Celtic Supporters Club Histories: Manhattan No1 CSC (Book Preview)

Last month we revealed that a new book, which aims to chart the history of every Celtic supporters club in the world, was in the process of being written. The ambitious project, undertaken by the fan behind the famous Celtic Bars website, is progressing fantastically as over 325 CSC’s have now been in touch with the author to ensure their story is recorded.

You can read more about the project by clicking HERE

To give readers an insight into the type of content that is set to be included in the publication, Davy (the author) has kindly provided the following short preview:

Manhattan No1 CSC – New York Fenian Bhoys

The Manhattan No.1 New York Fenian Bhoys CSC welcome visitors to the club’s home at Jack Demsey’s – 36 W 33rd St, New York, NY 10001. It is the place to watch the Hoops, free of charge.

The club was founded in July 1998 over a few drinks in the back room of the old Rocky Sullivan’s Bar on Lexington Avenue in New York. Present at that first meeting were, Tony Quinn, Des Brownlie, and Kevin Browne. The current President is Robert Parker and members hail from near and far. In the aftermath of Celtic’s League Championship win in 1998, Tony Quinn and this band of rebel Celts decided that they needed somewhere to go, to not only watch the ‘Tic play live, but also to be able to have a few post game drinks and sing the songs.

Up until this time they had watched the games with the New York CSC, but problems had arisen over time with post-match celebrations, more specifically the songs they were singing after the games. Certain members of the NYCSC felt some songs were somewhat ‘radical’. Coupled with this was the problem that the home of the NYCSC, Boomer’s, was an American sports bar and post-match celebrations were often cut short by baseball, basketball, and ice hockey fans coming in to watch their respective teams.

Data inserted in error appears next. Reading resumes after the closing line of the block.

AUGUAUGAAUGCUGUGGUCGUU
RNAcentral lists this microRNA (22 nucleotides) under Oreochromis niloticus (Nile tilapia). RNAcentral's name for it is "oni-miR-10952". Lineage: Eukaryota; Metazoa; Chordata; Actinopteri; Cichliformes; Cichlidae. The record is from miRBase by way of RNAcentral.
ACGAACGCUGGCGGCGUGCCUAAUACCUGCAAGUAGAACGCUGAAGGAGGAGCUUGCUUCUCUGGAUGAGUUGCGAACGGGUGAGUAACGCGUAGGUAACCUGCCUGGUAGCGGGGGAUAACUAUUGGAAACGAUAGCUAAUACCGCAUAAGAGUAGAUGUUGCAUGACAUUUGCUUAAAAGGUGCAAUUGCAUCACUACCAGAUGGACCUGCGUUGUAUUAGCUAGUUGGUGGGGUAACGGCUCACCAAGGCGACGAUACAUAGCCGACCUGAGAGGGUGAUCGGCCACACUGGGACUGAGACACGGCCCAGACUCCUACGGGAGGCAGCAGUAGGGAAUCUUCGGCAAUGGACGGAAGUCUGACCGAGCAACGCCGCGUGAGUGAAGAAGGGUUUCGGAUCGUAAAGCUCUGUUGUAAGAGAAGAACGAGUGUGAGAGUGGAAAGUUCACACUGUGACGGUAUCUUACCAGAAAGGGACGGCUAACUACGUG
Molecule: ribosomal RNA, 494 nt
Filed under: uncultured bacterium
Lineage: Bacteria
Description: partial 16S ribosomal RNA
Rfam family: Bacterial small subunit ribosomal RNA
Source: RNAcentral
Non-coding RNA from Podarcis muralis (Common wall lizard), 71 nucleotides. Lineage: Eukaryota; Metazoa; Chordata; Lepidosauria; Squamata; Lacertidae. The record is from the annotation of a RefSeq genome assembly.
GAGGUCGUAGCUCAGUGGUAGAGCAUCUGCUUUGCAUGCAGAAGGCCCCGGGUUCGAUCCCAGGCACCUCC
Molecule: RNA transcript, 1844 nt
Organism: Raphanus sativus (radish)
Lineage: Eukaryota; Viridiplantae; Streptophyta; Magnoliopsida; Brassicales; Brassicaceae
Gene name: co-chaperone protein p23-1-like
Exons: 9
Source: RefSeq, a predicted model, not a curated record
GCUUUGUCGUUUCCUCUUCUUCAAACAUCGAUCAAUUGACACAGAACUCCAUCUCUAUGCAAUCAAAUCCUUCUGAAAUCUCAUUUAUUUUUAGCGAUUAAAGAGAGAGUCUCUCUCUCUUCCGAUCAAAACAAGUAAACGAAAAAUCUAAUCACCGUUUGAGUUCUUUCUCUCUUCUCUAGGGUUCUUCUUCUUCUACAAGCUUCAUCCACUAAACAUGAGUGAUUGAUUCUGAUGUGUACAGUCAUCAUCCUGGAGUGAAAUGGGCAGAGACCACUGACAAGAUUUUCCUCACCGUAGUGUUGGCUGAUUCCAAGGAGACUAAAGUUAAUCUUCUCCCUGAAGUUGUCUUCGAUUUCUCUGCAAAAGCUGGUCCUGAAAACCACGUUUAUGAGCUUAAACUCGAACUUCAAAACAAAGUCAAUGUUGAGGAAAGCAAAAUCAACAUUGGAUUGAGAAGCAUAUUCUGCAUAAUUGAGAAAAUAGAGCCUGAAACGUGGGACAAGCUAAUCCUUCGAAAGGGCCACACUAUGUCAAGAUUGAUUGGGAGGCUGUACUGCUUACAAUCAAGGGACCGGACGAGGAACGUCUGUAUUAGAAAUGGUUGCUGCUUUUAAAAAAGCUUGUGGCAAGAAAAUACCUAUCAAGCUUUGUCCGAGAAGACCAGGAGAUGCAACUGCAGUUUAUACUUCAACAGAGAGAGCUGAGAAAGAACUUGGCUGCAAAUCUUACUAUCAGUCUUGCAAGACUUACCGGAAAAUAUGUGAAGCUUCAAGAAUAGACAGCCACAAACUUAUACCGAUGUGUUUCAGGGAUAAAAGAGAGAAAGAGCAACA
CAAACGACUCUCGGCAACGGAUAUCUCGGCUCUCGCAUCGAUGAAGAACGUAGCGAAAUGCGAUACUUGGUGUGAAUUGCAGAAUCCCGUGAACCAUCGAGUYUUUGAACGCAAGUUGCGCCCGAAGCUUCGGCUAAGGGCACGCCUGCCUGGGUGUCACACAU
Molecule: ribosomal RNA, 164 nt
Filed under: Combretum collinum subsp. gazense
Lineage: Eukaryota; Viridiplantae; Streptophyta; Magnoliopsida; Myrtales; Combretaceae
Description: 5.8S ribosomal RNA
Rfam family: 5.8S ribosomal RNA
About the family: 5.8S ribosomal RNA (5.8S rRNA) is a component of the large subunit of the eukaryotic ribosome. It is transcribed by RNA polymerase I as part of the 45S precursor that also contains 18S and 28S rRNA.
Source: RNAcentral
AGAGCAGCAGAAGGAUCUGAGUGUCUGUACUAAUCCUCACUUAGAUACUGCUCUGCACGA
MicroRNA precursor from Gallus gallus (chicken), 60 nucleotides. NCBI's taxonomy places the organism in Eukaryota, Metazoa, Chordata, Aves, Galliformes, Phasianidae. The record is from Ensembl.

To continue the celebrations they had often gone to Rocky Sullivan’s where they had acquired some space on the jukebox for some CD’s of our type of music, and a sing-song was positively encouraged! The day we won the league in 1998, they left Boomer’s after the game never to return. Upon arriving in Rocky’s they were handed bottles of champagne, provided by the bar, most of this ending up on themselves, the walls and the ceiling; the party went on all night.

They talked among themselves about the possibility of setting up their own club, and Rocky’s seemed like the natural choice. They had decided at the first meeting, that the name of the club would be the New York Fenian Bhoys CSC. The reason for this title? The American branch of The Fenian Brotherhood had been formed near Rocky’s in 1858, and were devoted to raising money, arms, and soldiers for a future rebellion in Ireland. Also, in New York in the 1850’s new Irish immigrants found they had a lot in common with other immigrants and working class Americans.

The forming of the new club drew curiosity from some in New York and resulted in the three original Fenian Bhoys going on Radio Free Eireann, a weekly show here in New York broadcasting to New York, New Jersey and Connecticut – a potential audience of tens of millions. Their stall had now been set out and everyone knew from the beginning what type of club this was to be. After discussions with the NAFCSC over the name it was decided that it would be called the Manhattan No.1 CSC – The New York Fenian Bhoys.